Gaffin’s Conference on Justification
Has the Reformation misunderstood Paul?
by Doug Barnes
The question is central to New Testament scholarship today, particularly for the school of thought known as the "New Perspective on Paul" (NPP). And the question formed the theme of a recent lecture series by Dr. Richard B. Gaffin Jr., sponsored by Mid-America Reformed Seminary of Dyer, Ind.
Gaffin addressed a packed crowd, as a host of visitors and visiting pastors joined Mid-America students and faculty to hear Gaffin’s teaching and enjoy fellowship over coffee and snacks.
The author of two books and a professor at Westminster Theological Seminary since 1965, Gaffin opened his November 12 and 13 lectures by noting that many modern Pauline scholars have concluded that the Reformation did, in fact, misunderstand Paul by considering justification by faith alone – or justification of any sort – to be Paul’s central concern.
According to most who subscribe to the "New Perspective," the doctrine of justification was a secondary issue for Paul. Matters of personal communion with Christ, inner renewal, and the ethical/spiritual/mystical nature of Christian experience were far more central for the apostle, NPP proponents allege.
During his three-session lecture, Gaffin sought to debunk that view by explaining where the "center" lay within Paul’s teaching, as well as some significant implications of Paul’s central concepts.
Some visitors and students at the lecture said they were mildly disappointed that Gaffin did not more directly address the so-called New Perspective on Paul, focusing, instead, on the proper understanding of Paul’s teachings on salvation. However, most also appreciated the fresh discussion of Paul’s teaching concerning the "already/not yet" character of the application of redemption to believers.
In English, that means Gaffin addressed the way Paul’s letters speak of believers as having already died, been raised and been perfected in Christ – while at the same time affirming that believers struggle with sin, battle Satan, and look forward to a future perfection in heaven.
According to Gaffin, the central concept in Paul’s writings is the death and resurrection of Christ, along with the implications of those events for believers. As the Reformation rightly saw, justification by faith is a primary concern of Paul’s teaching.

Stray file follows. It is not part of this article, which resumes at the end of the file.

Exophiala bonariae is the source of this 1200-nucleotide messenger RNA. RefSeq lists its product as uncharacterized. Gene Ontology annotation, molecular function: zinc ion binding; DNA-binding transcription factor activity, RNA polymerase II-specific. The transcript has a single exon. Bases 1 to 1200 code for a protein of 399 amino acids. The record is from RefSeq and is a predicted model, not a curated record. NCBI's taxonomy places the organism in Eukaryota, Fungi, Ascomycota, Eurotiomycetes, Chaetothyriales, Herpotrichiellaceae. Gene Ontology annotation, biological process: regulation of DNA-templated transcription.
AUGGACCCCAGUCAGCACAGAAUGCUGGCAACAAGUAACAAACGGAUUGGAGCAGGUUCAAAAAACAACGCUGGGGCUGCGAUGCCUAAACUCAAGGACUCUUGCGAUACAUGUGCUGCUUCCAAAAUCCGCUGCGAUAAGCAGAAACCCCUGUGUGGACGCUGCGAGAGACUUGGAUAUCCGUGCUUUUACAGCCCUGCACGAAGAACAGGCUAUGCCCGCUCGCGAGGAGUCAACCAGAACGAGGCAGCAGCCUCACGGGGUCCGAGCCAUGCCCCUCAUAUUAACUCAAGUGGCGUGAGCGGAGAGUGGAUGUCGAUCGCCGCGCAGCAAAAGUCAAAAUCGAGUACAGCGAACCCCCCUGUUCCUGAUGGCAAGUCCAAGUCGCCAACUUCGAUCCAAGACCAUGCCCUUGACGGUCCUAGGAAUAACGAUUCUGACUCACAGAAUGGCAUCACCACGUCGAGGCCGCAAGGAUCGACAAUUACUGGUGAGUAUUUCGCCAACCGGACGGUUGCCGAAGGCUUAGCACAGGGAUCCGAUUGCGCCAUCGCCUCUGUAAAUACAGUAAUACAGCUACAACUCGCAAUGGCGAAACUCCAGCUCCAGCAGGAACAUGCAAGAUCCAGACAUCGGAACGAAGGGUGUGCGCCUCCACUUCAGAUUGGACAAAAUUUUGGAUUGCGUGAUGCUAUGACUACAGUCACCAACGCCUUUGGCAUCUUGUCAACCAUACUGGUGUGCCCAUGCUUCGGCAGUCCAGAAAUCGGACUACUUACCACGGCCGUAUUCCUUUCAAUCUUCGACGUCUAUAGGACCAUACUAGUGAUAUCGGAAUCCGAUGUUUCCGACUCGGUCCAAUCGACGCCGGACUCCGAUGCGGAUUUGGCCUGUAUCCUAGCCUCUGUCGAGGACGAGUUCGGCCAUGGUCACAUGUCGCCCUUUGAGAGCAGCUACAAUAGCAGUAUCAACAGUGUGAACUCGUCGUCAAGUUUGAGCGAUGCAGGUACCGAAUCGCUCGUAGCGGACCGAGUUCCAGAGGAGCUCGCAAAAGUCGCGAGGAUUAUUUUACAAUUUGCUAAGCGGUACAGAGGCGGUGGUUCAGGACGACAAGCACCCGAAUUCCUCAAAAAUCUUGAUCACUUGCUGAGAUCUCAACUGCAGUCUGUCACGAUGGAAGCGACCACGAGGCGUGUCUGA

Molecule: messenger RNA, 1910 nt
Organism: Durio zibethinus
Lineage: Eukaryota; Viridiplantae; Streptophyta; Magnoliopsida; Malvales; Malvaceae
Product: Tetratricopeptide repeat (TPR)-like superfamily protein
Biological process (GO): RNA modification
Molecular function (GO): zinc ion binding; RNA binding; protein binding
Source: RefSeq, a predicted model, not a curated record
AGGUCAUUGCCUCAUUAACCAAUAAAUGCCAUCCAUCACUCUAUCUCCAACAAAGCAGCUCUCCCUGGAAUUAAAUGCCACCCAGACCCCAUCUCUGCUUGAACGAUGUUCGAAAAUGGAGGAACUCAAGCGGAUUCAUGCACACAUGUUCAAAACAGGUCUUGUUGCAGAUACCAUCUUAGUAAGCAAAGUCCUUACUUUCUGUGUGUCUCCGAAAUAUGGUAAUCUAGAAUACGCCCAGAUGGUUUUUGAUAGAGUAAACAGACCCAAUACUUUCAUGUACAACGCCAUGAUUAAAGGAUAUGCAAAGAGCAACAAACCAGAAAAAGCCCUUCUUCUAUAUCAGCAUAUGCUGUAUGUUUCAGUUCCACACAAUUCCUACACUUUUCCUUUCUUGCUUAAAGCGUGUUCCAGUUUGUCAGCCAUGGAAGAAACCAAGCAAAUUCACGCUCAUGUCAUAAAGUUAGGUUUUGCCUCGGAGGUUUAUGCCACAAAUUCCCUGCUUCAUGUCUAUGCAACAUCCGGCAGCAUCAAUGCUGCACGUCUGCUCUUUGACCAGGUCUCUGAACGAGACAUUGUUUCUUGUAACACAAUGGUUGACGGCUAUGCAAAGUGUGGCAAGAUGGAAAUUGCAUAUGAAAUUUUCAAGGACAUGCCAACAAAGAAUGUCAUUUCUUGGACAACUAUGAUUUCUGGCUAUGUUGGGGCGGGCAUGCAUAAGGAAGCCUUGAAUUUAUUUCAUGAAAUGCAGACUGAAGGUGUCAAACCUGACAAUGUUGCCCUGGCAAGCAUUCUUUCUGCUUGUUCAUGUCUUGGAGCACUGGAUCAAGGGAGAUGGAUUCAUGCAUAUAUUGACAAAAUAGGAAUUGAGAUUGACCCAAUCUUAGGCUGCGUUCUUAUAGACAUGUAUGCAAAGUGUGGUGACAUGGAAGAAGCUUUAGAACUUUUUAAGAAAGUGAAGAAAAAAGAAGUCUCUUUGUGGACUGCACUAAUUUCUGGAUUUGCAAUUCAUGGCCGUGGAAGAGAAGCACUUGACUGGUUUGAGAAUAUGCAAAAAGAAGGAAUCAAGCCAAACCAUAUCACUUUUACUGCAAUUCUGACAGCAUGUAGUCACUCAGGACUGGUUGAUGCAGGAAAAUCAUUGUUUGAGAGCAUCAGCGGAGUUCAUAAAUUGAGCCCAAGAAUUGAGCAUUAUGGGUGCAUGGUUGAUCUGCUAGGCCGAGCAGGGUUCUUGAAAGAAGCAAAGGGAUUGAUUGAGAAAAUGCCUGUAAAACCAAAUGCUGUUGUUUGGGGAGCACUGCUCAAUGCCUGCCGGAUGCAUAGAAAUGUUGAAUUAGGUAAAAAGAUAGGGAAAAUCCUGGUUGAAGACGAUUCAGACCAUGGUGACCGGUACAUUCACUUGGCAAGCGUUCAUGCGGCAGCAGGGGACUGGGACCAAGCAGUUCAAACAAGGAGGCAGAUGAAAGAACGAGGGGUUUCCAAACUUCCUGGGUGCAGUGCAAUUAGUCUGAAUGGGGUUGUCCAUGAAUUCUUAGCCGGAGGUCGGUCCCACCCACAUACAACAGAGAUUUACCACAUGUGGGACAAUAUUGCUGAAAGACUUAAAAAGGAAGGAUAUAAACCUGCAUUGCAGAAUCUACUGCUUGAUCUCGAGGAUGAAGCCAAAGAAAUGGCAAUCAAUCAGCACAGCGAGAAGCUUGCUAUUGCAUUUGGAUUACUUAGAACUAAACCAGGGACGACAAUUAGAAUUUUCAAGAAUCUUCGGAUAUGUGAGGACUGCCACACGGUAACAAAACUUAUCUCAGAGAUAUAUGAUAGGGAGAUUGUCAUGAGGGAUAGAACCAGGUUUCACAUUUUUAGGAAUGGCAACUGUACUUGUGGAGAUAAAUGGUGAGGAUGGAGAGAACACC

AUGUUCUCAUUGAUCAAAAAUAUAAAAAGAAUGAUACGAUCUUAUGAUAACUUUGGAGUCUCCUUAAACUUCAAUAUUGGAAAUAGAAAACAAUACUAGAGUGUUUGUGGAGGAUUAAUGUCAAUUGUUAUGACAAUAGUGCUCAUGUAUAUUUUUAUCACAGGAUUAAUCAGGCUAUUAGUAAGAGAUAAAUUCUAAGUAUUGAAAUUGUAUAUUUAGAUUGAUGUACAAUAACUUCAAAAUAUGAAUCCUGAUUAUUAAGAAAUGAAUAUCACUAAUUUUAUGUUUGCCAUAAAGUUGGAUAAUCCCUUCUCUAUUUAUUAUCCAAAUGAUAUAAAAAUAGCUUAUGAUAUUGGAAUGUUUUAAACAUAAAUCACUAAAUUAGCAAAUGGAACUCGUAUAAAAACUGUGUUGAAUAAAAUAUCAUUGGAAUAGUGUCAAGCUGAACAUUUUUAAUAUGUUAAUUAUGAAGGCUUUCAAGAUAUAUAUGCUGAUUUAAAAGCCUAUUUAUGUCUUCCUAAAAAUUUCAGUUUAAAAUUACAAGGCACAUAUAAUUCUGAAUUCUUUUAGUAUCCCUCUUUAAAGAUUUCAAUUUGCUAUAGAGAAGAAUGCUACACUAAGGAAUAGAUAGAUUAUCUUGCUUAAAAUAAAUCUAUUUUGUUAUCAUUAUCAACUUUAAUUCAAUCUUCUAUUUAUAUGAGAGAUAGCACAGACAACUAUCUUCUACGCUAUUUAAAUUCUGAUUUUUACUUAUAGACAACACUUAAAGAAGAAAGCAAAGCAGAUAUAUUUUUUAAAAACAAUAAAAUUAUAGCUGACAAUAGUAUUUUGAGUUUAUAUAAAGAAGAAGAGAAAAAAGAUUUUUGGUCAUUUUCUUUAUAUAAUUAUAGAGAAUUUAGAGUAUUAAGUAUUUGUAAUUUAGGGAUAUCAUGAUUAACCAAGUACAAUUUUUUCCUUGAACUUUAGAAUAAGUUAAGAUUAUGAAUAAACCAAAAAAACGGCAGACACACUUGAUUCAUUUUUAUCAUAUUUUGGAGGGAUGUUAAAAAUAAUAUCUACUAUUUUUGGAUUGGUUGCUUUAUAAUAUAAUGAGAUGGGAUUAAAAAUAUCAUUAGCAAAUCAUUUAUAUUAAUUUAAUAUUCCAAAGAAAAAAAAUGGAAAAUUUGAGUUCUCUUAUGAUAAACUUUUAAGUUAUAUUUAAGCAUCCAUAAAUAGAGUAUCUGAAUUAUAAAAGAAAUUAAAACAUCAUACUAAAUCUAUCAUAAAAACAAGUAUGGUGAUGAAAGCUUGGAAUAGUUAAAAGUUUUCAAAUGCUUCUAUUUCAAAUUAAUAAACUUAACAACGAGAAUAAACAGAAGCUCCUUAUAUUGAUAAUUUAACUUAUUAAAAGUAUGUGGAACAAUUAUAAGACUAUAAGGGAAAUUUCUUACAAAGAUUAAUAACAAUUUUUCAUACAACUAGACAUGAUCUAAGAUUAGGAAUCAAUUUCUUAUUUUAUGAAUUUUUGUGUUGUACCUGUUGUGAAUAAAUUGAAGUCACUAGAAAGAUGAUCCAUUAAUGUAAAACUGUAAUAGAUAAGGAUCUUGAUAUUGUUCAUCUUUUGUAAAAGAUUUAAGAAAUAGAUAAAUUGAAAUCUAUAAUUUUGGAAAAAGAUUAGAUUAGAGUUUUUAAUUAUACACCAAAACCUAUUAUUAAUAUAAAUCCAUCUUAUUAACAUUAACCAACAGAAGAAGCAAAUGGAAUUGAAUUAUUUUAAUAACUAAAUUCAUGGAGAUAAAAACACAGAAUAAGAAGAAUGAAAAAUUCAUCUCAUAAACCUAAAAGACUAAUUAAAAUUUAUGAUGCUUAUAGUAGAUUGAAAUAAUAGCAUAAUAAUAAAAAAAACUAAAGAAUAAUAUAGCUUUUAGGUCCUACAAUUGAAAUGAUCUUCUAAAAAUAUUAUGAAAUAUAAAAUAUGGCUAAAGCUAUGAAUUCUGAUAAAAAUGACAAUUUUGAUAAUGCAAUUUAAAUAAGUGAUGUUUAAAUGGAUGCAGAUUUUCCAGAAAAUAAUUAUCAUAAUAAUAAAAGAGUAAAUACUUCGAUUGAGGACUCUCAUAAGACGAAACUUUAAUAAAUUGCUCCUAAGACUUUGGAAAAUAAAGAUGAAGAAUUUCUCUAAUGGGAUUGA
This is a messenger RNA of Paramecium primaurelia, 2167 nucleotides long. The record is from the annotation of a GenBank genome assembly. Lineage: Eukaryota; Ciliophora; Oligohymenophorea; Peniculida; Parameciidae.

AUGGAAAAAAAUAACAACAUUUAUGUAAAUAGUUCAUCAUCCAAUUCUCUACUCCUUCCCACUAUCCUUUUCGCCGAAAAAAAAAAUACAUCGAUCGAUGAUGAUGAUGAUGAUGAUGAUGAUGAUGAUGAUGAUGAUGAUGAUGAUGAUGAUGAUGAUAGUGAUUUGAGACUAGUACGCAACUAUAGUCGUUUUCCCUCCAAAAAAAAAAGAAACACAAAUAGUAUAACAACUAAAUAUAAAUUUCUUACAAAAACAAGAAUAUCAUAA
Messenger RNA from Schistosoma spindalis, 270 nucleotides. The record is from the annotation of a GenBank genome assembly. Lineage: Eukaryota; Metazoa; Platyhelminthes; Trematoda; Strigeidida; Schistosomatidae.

Yet Reformed theology does have room to grow and improve, particularly in discussing how the finished act of justification by faith relates to the ongoing application of salvation to believers.
Gaffin said we need to more fully explore the ordo saludis ("order of salvation") in its broad sense – that is, as the on-going application of salvation, as distinct from Christ’s once-for-all accomplishment of salvation typically emphasized by Reformed theology.
Because the inner man/outer man (or realized/future) distinction is found throughout Paul’s writings, Gaffin said Reformed theology needs to address dichotomies such as the receive-but-future adoption concept found in Rom. 8:14-25.
In developing salvation’s "already/not yet," distinction in light of the believer’s union with Christ, Gaffin said, difficult debates such as the relation of faith and works come into a clearer focus. Christians can begin to see that the indicative of who they are in Christ leads to the imperative of how they must live.
"I am united to Christ by faith alone," Gaffin affirmed. "Disaster will surely result from denying or obscuring faith as the alone-instrument of justification."
However, when we rightly understand faith and the nature of justification in terms of Scripture, he added, we realize that "works are the integral fruit and evidence of faith." We begin to see that sanctification is an aspect of the on-going application of our justification which will culminate, at that last great day, in "an open manifestation of what has been there all along – that Christ’s righteousness has been imputed to me."
Those interested in tapes of Gaffin’s lectures ($12) can obtain them by contacting Mid-America Reformed Seminary at email@example.com.
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